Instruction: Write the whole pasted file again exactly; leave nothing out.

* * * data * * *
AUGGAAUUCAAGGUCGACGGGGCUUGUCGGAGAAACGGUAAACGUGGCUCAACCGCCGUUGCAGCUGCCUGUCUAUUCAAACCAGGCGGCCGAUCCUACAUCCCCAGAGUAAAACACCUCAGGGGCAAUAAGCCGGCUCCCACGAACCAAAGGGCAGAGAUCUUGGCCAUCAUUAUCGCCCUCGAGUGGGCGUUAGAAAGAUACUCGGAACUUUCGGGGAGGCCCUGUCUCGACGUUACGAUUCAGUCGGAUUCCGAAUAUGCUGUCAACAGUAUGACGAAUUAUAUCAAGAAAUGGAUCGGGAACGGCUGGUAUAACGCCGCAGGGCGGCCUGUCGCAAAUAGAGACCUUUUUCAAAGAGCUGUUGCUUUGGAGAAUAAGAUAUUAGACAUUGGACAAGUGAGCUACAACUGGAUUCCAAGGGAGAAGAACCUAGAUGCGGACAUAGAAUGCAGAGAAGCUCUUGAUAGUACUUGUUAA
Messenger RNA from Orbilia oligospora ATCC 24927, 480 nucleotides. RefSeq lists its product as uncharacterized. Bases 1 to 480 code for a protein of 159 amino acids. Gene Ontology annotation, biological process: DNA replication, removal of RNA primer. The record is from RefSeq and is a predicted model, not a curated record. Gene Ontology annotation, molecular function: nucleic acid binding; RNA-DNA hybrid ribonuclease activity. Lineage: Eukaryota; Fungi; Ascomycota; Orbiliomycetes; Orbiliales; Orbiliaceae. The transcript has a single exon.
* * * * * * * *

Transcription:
AUGGAAUUCAAGGUCGACGGGGCUUGUCGGAGAAACGGUAAACGUGGCUCAACCGCCGUUGCAGCUGCCUGUCUAUUCAAACCAGGCGGCCGAUCCUACAUCCCCAGAGUAAAACACCUCAGGGGCAAUAAGCCGGCUCCCACGAACCAAAGGGCAGAGAUCUUGGCCAUCAUUAUCGCCCUCGAGUGGGCGUUAGAAAGAUACUCGGAACUUUCGGGGAGGCCCUGUCUCGACGUUACGAUUCAGUCGGAUUCCGAAUAUGCUGUCAACAGUAUGACGAAUUAUAUCAAGAAAUGGAUCGGGAACGGCUGGUAUAACGCCGCAGGGCGGCCUGUCGCAAAUAGAGACCUUUUUCAAAGAGCUGUUGCUUUGGAGAAUAAGAUAUUAGACAUUGGACAAGUGAGCUACAACUGGAUUCCAAGGGAGAAGAACCUAGAUGCGGACAUAGAAUGCAGAGAAGCUCUUGAUAGUACUUGUUAA
Messenger RNA from Orbilia oligospora ATCC 24927, 480 nucleotides. RefSeq lists its product as uncharacterized. Bases 1 to 480 code for a protein of 159 amino acids. Gene Ontology annotation, biological process: DNA replication, removal of RNA primer. The record is from RefSeq and is a predicted model, not a curated record. Gene Ontology annotation, molecular function: nucleic acid binding; RNA-DNA hybrid ribonuclease activity. Lineage: Eukaryota; Fungi; Ascomycota; Orbiliomycetes; Orbiliales; Orbiliaceae. The transcript has a single exon.